The world premieres on this album all date from around 1865, the year in which Johannes Brahms composed one of the most magnificent works in the horn literature: the Trio opus 40. The second half of the nineteenth century knew a lively culture of chamber music that was patronized largely by the educated bourgeoisie. No composer epitomizes this culture more than Johannes Brahms, who published a total of twenty-four large-scale works for ensembles of two to six players. Most of these works are for combinations of keyboard and string instruments. Every one of Brahms’s chamber works with winds, therefore, is something special.
What stands out in the first three movements is the lyrical, or, as one contemporary reviewer put it, the “dark” side of the instrument. In this respect it is important that Brahms wrote his Trio not for the modern valve horn, but for the valveless hand horn, an instrument he also preferred in his orchestral works. By the time Brahms wrote his Trio, and especially in German-speaking Europe, the valve horn had rapidly gained popularity because of its greater ease of playing chromatically.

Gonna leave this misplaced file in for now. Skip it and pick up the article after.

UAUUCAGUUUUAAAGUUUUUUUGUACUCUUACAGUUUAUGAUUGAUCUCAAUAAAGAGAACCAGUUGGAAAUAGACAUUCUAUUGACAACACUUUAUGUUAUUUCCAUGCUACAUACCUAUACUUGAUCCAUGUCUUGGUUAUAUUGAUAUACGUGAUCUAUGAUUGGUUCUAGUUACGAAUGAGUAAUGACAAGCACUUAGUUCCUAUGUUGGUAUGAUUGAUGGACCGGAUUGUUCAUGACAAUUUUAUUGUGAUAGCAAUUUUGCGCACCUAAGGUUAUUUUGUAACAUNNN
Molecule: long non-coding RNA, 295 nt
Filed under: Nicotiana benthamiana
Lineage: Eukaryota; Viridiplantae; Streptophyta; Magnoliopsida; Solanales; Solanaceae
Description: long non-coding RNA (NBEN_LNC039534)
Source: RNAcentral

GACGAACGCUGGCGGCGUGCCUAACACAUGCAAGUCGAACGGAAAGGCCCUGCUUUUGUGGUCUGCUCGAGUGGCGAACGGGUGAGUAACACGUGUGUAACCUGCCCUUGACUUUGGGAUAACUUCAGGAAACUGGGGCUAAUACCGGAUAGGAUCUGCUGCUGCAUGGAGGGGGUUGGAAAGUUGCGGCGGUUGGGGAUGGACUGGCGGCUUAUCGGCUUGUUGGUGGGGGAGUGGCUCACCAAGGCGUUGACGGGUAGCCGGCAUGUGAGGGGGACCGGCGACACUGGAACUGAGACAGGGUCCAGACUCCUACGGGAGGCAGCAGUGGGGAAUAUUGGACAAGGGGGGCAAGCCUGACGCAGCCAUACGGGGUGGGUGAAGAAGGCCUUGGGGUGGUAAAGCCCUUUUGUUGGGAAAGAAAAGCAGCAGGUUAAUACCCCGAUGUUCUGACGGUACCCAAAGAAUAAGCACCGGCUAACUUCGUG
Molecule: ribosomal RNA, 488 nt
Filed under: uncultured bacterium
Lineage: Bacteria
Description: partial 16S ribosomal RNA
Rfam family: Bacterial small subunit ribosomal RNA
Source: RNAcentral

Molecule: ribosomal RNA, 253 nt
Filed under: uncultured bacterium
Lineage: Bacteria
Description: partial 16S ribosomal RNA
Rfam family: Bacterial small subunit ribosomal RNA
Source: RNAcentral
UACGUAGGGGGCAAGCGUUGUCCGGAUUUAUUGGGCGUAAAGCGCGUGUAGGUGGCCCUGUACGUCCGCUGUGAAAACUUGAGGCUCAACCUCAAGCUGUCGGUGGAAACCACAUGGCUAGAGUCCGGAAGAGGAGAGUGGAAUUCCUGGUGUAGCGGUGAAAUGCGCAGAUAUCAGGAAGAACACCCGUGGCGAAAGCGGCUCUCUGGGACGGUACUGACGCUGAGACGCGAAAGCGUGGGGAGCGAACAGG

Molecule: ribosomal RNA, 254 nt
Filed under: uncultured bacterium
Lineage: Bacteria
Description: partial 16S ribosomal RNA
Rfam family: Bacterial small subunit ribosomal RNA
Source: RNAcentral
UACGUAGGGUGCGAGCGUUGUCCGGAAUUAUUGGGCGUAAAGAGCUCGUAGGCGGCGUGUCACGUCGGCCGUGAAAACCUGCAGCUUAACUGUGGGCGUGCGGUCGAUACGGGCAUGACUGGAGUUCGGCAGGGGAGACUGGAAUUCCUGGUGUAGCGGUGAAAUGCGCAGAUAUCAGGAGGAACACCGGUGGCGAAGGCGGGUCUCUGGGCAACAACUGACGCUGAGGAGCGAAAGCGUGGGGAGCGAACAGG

For Brahms, this technical advantage came at the expense of a loss of the horn’s true character: a diversity in timbre across the range; a much darker sound quality, because of the many stopped notes; and a greater overall expressivity.
Whenever he could, Brahms tried to convince players to perform his Trio on the hand horn. You can play it on a modern horn, he once wrote, but then “all poetry is lost.”
— From liner notes by dr. Steven Vande Moortle, Toronto University